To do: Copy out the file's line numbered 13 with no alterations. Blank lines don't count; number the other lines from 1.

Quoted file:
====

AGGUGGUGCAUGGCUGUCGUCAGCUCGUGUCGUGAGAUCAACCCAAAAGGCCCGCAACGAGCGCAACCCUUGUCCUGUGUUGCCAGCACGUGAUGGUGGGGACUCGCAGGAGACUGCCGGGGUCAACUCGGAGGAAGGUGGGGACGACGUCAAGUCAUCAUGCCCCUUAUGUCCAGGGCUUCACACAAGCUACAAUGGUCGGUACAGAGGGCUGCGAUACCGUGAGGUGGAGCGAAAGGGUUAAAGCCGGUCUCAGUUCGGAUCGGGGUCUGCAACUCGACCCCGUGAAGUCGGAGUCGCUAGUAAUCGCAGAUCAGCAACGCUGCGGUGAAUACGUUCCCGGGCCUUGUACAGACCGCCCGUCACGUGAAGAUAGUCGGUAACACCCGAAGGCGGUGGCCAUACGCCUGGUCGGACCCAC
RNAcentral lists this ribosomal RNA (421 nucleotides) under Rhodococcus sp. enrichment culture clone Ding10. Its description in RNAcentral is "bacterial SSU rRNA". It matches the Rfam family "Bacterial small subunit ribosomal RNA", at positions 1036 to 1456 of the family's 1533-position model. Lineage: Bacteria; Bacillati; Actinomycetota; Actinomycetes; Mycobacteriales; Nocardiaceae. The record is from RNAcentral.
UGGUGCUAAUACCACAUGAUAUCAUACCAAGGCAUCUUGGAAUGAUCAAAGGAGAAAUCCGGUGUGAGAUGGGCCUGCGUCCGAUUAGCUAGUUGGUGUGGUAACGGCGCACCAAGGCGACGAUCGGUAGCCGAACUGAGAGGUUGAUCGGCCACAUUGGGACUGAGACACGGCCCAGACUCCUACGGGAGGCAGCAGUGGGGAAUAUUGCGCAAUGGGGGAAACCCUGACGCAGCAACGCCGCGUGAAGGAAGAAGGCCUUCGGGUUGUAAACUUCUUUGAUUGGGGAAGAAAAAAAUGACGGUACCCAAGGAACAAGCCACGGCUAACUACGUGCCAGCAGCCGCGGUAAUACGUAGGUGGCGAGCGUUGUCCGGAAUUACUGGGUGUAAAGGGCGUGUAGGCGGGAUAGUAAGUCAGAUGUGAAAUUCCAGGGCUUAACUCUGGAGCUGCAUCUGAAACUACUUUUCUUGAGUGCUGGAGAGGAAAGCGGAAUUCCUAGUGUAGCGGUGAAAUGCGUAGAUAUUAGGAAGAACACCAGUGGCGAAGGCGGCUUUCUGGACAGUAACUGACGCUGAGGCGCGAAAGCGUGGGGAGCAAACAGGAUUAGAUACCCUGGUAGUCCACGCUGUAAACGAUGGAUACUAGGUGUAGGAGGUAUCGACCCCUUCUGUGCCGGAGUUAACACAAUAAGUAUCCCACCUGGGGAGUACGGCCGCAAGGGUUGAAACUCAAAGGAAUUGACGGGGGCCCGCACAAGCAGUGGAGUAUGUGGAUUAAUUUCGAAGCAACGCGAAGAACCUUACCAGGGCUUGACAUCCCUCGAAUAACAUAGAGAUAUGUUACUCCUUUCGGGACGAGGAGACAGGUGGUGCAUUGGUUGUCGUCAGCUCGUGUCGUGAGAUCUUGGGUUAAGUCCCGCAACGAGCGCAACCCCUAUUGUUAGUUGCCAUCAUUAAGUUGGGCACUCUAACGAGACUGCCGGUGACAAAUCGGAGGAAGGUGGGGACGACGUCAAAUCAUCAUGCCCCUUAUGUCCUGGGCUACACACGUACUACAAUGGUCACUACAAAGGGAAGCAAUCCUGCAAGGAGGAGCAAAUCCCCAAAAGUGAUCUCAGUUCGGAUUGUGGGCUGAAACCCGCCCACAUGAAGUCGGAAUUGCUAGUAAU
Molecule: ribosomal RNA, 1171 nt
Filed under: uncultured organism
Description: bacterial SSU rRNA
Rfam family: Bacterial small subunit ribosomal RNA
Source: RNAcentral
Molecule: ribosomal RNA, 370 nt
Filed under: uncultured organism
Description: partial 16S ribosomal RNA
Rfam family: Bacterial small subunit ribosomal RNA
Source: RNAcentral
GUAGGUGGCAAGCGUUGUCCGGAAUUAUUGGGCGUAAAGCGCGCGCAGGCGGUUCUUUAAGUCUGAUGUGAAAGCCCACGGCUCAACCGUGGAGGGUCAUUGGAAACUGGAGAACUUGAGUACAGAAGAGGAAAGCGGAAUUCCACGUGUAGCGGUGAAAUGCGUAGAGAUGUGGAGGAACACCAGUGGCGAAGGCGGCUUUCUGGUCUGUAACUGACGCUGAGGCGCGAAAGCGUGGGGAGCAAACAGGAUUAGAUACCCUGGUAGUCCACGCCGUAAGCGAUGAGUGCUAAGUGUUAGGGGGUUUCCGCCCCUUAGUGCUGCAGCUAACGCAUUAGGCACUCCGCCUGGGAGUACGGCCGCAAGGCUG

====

Source: RNAcentral